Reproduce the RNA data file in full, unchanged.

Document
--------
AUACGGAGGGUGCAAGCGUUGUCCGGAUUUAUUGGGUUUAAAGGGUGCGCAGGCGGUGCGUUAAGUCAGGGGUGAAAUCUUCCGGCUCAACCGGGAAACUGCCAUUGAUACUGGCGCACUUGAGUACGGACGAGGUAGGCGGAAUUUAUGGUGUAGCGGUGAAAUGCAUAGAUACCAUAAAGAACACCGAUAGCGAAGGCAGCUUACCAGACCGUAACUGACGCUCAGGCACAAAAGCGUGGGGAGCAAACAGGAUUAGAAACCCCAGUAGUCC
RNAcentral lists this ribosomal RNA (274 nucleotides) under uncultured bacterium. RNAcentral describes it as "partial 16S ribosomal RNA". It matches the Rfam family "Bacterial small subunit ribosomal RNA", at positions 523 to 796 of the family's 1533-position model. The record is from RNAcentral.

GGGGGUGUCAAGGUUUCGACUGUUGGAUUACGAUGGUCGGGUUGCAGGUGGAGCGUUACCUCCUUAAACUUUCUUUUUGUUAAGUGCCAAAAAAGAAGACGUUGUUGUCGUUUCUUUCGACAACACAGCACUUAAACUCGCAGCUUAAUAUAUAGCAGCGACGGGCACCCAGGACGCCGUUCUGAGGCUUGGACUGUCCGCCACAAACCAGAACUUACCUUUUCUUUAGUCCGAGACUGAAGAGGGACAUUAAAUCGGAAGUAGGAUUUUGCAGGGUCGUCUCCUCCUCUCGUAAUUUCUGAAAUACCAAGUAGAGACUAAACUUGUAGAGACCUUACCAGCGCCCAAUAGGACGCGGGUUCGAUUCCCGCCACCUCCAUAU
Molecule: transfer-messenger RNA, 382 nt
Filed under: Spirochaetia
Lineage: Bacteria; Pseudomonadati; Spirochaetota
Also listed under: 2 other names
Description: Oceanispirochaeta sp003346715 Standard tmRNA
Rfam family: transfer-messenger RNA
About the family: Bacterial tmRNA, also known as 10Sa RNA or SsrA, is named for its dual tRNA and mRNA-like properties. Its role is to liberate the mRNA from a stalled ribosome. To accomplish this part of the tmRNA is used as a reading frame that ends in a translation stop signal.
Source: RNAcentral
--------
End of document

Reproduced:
AUACGGAGGGUGCAAGCGUUGUCCGGAUUUAUUGGGUUUAAAGGGUGCGCAGGCGGUGCGUUAAGUCAGGGGUGAAAUCUUCCGGCUCAACCGGGAAACUGCCAUUGAUACUGGCGCACUUGAGUACGGACGAGGUAGGCGGAAUUUAUGGUGUAGCGGUGAAAUGCAUAGAUACCAUAAAGAACACCGAUAGCGAAGGCAGCUUACCAGACCGUAACUGACGCUCAGGCACAAAAGCGUGGGGAGCAAACAGGAUUAGAAACCCCAGUAGUCC
RNAcentral lists this ribosomal RNA (274 nucleotides) under uncultured bacterium. RNAcentral describes it as "partial 16S ribosomal RNA". It matches the Rfam family "Bacterial small subunit ribosomal RNA", at positions 523 to 796 of the family's 1533-position model. The record is from RNAcentral.

GGGGGUGUCAAGGUUUCGACUGUUGGAUUACGAUGGUCGGGUUGCAGGUGGAGCGUUACCUCCUUAAACUUUCUUUUUGUUAAGUGCCAAAAAAGAAGACGUUGUUGUCGUUUCUUUCGACAACACAGCACUUAAACUCGCAGCUUAAUAUAUAGCAGCGACGGGCACCCAGGACGCCGUUCUGAGGCUUGGACUGUCCGCCACAAACCAGAACUUACCUUUUCUUUAGUCCGAGACUGAAGAGGGACAUUAAAUCGGAAGUAGGAUUUUGCAGGGUCGUCUCCUCCUCUCGUAAUUUCUGAAAUACCAAGUAGAGACUAAACUUGUAGAGACCUUACCAGCGCCCAAUAGGACGCGGGUUCGAUUCCCGCCACCUCCAUAU
Molecule: transfer-messenger RNA, 382 nt
Filed under: Spirochaetia
Lineage: Bacteria; Pseudomonadati; Spirochaetota
Also listed under: 2 other names
Description: Oceanispirochaeta sp003346715 Standard tmRNA
Rfam family: transfer-messenger RNA
About the family: Bacterial tmRNA, also known as 10Sa RNA or SsrA, is named for its dual tRNA and mRNA-like properties. Its role is to liberate the mRNA from a stalled ribosome. To accomplish this part of the tmRNA is used as a reading frame that ends in a translation stop signal.
Source: RNAcentral